Story URL: http://news.medill.northwestern.edu/chicago/news.aspx?id=178859
Story Retrieval Date: 5/25/2013 7:41:04 AM CST
Corn Products International Inc./Moran Zhang/ MEDILL
Corn Products International Inc.’s fourth quarter profit dropped 8 percent on one-time items related to the acquisition of National Starch, but the company’s adjusted earnings exceeded Wall Street expectations by a wide margin.
The Westchester-based corn processor reported lower fourth quarter profit of $52 million, or 67 cents per diluted share, for the quarter ended Dec. 31, compared with $56.3 million, or 74 cents, in the year-earlier period.
Excluding charges resulting from the acquisition and integration of National Starch, Corn Products would have earned $1.05 per share. Analysts polled by Zacks Investment Research Inc. were expecting 73 cents per diluted share.
Net sales increased 47 percent to $1.41 billion from $959 million in the same period a year ago.
For the full year, Corn Products earned $169.2 million, or $2.20 per diluted share, more than quadruple the $41.1 million, or 54 cents per diluted share, it earned in 2009. Sales rose 19 percent to $4.37 billion from $3.67 billion in 2009.
“2010 was a strong year for our operations,” said Ilene Gordon, CEO of Corn Products International, during an earnings conference call with analysts. “We are very pleased with the acquisition of National Starch and the incremental growth opportunities that come with it.”
By acquiring National Starch, Corn Products International branched out into Europe for the first time, and European sales represented 5 percent of the company’s total fourth-quarter sales.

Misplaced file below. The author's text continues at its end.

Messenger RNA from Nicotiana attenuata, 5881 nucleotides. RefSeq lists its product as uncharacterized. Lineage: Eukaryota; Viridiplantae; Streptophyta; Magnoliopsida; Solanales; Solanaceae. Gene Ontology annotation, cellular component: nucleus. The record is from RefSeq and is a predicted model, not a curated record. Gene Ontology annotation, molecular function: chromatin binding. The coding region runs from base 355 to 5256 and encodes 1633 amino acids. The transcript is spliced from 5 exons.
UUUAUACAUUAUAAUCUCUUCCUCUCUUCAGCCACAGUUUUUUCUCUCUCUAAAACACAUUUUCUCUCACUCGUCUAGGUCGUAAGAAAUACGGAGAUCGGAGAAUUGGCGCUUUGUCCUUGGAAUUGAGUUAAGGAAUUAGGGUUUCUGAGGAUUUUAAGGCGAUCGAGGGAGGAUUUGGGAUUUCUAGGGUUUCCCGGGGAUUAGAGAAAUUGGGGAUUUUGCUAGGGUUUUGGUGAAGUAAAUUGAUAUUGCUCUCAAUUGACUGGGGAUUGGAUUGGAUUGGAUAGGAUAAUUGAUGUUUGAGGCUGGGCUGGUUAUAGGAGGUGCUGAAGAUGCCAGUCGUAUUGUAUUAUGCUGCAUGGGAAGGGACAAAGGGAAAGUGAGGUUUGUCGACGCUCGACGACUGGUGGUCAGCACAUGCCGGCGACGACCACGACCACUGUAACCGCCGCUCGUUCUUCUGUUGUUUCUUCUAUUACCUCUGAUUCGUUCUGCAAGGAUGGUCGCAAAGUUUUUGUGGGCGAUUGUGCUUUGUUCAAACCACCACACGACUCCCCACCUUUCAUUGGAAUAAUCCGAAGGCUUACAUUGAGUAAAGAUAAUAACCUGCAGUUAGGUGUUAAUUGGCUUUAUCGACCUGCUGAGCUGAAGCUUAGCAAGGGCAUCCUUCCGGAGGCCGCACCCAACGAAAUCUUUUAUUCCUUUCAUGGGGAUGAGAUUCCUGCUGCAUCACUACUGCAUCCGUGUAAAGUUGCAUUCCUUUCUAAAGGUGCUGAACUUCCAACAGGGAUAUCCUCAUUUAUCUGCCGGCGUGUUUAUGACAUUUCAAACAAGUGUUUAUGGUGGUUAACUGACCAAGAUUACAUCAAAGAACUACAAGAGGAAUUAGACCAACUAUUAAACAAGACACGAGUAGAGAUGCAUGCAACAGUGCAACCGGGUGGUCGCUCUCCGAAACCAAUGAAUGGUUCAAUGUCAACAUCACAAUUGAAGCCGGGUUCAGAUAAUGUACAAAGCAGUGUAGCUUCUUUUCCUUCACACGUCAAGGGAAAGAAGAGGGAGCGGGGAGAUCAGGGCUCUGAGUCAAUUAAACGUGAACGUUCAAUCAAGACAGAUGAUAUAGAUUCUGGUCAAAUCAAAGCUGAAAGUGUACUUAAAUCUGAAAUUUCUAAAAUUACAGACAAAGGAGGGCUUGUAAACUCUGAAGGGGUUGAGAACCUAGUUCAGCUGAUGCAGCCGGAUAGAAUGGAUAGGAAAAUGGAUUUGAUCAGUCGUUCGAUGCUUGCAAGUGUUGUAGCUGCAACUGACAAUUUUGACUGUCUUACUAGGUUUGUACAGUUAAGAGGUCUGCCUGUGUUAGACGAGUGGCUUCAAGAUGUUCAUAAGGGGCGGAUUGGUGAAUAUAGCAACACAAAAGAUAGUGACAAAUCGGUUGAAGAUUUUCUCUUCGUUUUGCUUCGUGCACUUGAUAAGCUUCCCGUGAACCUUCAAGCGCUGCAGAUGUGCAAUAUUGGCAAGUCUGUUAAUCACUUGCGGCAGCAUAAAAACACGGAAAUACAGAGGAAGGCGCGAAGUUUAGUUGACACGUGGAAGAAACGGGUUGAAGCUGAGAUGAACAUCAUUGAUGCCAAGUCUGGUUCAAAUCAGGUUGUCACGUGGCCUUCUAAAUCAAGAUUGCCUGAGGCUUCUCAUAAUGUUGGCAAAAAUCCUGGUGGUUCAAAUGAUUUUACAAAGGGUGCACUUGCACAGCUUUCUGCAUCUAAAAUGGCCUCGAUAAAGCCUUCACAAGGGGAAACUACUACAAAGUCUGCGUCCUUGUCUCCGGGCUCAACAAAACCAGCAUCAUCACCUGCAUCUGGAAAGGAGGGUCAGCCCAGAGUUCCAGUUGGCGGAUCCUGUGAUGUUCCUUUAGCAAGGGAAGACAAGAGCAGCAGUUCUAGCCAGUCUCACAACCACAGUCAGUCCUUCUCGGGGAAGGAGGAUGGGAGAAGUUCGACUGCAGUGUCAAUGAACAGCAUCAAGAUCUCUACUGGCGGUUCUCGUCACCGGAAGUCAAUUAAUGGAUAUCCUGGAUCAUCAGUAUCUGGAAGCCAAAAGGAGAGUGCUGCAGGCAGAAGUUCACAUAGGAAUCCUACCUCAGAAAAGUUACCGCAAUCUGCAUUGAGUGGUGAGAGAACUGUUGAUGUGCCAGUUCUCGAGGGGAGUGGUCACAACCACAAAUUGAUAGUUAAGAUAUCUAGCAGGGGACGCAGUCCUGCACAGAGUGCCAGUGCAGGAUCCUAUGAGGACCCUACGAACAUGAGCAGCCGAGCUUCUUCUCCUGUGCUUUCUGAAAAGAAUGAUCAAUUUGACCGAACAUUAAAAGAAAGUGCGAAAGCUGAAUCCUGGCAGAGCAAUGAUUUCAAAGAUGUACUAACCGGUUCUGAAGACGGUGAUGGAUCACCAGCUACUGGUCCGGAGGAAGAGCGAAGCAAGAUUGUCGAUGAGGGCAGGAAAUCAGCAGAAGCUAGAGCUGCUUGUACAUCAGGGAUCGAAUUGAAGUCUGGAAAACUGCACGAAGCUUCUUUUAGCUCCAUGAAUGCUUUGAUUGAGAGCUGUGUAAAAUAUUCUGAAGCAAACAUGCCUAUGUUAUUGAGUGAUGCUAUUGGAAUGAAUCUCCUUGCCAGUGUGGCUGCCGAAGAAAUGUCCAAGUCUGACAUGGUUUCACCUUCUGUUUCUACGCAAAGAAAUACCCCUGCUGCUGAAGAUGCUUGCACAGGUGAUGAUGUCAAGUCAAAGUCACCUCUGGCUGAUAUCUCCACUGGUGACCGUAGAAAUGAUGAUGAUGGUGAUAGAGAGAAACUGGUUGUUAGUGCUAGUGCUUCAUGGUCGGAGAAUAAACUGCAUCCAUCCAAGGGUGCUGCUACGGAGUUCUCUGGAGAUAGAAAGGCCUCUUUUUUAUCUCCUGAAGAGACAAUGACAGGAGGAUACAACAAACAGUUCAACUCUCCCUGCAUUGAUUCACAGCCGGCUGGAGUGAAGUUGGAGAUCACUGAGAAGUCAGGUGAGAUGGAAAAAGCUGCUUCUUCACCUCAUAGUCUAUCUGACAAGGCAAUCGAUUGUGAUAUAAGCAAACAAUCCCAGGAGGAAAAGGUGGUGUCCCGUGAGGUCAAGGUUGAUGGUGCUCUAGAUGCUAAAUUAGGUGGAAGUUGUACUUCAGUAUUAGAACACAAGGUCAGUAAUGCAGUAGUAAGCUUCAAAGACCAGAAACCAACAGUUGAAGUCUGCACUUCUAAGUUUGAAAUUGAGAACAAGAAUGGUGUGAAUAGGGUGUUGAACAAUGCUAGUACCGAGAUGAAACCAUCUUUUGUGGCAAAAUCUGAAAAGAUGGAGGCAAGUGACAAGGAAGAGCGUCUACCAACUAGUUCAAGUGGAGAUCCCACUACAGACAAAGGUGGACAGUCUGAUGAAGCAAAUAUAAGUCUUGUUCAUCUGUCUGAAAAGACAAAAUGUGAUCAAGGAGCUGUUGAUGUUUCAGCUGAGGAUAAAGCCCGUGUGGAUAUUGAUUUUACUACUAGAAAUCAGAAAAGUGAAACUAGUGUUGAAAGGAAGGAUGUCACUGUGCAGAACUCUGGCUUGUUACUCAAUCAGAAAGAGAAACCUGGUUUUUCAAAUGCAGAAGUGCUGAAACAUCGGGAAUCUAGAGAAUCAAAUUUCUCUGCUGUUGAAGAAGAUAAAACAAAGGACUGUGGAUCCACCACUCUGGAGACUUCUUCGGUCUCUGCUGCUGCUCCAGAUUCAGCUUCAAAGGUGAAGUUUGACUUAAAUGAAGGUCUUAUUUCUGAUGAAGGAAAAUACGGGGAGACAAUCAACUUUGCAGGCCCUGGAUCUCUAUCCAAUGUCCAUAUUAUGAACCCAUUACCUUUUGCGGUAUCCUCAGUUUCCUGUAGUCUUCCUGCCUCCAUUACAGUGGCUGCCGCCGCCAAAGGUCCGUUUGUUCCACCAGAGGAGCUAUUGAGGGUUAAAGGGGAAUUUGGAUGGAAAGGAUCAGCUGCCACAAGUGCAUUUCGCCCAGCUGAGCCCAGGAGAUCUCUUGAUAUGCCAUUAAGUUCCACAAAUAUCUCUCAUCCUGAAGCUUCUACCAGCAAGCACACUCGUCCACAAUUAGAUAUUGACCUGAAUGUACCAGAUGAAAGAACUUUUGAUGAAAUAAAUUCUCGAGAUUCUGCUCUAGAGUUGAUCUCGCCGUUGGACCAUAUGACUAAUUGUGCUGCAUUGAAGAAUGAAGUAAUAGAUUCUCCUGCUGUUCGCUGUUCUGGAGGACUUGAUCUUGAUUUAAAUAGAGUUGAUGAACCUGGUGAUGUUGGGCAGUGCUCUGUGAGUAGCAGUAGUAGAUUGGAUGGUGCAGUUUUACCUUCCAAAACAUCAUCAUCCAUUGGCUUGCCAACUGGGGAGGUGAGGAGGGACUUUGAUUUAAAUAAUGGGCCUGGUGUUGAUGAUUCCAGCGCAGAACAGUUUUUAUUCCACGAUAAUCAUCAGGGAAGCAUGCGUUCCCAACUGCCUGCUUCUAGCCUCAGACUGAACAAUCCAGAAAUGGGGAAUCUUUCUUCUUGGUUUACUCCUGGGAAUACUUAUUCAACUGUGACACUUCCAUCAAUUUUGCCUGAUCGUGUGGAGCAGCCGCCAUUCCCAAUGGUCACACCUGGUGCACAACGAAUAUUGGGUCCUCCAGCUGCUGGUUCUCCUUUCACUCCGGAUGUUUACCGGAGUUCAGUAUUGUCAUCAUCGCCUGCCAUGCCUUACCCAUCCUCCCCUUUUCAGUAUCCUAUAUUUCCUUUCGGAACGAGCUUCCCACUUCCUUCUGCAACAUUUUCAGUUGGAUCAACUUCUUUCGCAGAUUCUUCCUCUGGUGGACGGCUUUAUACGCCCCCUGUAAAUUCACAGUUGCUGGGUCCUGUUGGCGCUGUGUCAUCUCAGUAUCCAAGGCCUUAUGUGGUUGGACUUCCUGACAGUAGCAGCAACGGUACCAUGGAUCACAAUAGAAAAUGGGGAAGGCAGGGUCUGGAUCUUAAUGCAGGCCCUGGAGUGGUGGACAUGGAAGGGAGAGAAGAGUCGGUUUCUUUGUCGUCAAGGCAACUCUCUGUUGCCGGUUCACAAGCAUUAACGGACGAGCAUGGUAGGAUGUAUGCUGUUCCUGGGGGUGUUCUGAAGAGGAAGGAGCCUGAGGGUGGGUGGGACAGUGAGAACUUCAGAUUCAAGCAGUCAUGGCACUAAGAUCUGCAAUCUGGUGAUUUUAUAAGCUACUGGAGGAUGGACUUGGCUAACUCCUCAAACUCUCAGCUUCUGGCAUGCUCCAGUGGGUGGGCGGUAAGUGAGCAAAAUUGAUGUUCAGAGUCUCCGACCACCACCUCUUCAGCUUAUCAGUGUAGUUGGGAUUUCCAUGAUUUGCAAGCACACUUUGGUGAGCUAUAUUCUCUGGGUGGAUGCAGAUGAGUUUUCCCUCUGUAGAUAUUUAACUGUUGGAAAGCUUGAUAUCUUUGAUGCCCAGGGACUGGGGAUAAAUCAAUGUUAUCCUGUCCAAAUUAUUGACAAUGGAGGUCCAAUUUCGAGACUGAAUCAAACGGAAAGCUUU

“National Starch has obviously been the homerun for Corn Products International,” said Jeffrey Farmer, an analyst at Jefferies & Co. Inc. And it came at a perfect time, he added.
Ian Horowitz, a Rafferty Capital Markets Inc. analyst stated that the acquisition had “taken everyone by surprise”, and has made Corn Products “a different company.”
According to Horowitz, as the two companies become more intertwined and integration costs begin to fade, National Starch should become a much better contributor to Corn Products’ bottom line.
“Looking forward to 2012 and beyond, this [acquisition] will continue to be a huge win for them in terms of strategy,” he said.
Corn Products raised its 2011 net sales guidance to $6 billion, and it is expecting to earn between $3.60 and $3.90 earnings per share.
“Their guidance appears conservative,” said Farmer, pointing that out as part of the reason why the company’s stock did not react strongly. “Mostly on the Street, the buy side is probably already at $4 [a share] for 2011.”
Even though corn prices have moved higher, Horowitz thinks Corn Products is well positioned.
“We are expecting a higher commodity environment in general,” Horowitz said. “But the company is hedged for the year, so corn price shouldn’t be an impact for them.”
Corn Products’ stock closed at $50.45 Thursday, up $1.85 or 3.8 percent.